Keelaghan is one of Canada’s finest singer-songwriters, with numerous Juno and Canadian Folk Music awards and nominations to his credit. A student of history, he is on a perpetual search for unique storylines with universal themes. Many of Keelaghan’s songs concern social justice, inspired by people and events from Canadian history. His songbook includes Hillcrest Mine, Jenny Bryce and Kiri’s Piano, songs that combine exceptional melodies with memorable lyrics that instantly connect with audiences. Keelaghan’s distinctive and remarkable voice, song-writing prowess and on-stage persona have made him a celebrated international artist.
Time to get your tickets and start warming up your voice for the 13th Annual Gil’s Hootenanny, Sunday, May 1st at 2pm at the RA Centre (Clark Hall), 2451 Riverside Drive. This year’s featured performer is internationally acclaimed singer-songwriter James Keelaghan, who will bring his distinctive voice and masterful storytelling to this annual May Day community sing-along celebrating the stories, struggles and victories of working people.
Online ticket sales via Spirit of Rasputin’s website…
Inspired by the legacy of Gil Levine (1924-2009), the founding Director of Research at the Canadian Union of Public Employees, Gil’s Hootenannywas first presented in 2010. Gil and his wife Helen hosted hootenannies at their home for decades. Helen and Gil’s vision of a better world included bringing people together to share and sing about the stories, struggles and victories of working women and men. Gil’s Hootenanny continues that legacy.
Gil’s Hootenanny 2022 will feature James Keelaghan, one of Canada’s finest singer-songwriters, who will bring his distinctive voice and masterful storytelling to this 13th annual May Day community sing-along celebrating the stories, struggles and victories of working people.
First presented in 2010, Gil’s Hootenanny is inspired by the legacy of Gil Levine, who spent his life working for social justice and was the founding Director of Research at the Canadian Union of Public Employees (CUPE). A great lover of folk music and an enthusiastic supporter of folk musicians, Gil believed in the collective power of song to bring people together to speak up and sing out for change.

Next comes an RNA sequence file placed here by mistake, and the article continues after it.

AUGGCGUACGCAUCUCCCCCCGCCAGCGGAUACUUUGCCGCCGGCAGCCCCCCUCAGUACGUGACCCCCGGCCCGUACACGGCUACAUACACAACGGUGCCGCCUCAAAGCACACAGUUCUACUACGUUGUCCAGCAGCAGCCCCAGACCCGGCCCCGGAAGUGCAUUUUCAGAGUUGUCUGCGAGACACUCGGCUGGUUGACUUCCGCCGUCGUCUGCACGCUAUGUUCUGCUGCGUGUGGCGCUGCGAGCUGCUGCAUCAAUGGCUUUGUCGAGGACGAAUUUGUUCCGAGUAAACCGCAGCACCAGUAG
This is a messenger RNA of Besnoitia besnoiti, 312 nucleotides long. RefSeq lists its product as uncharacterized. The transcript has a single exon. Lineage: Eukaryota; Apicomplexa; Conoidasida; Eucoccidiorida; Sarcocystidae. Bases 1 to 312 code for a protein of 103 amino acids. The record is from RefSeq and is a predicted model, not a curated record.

Over the years, Gil’s Hootenanny has seen increasingly larger audiences who join the headliner, other featured artists and the Hootenanny Band in singing along with new and traditional songs of hope and protest.
While the pandemic interrupted the celebratory in-person sing-along that characterizes Gil’s Hootenanny, organizers held a virtual sing-along in 2020 that was attended by over 300 people. In 2021, organizers released Singing Together Apart, a one-hour video compilation of special performances from previous hootenannies and encouraged viewers to sing along with the performers.
Gil’s Hootenanny will take place on May Day, Sunday, May 1st, at 2 pm in Clark Hall at the RA Centre, 2451 Riverside Drive. Staffed by UNIFOR members, the RA Centre is accessible, has loads of parking and is well serviced by OC Transpo.
The songs that emerged from the period of slavery in America had an enormous influence in shaping today’s blues, jazz, rap and much other popular music. In the first of this two-part essay, sociologist of music Stephen Richer looks at the codes embedded into spirituals that served slaves as a covert language for their activism — and getting them on the Underground Railroad.
When Gil Levine died at 85 in 2009, three words in his obituary, “… plan a hootenanny”, were the beginning of Gil’s Hootenanny, an Ottawa tradition now into its 13th year and getting stronger.
year on May Day, this annual celebration of the collective power of
song to change the world was inspired by Gil, the founding Director
of Research at the Canadian Union
of Public Employees (CUPE), a
great lover of folk music and a staunch supporter of folk musicians.
Helen Levine, who died at 95 in October 2018, also considered herself
an “old folkie”. Helen and Gil showed their love of folk music in
many ways, including hosting annual hootenannies and May Day
celebrations at their home for decades.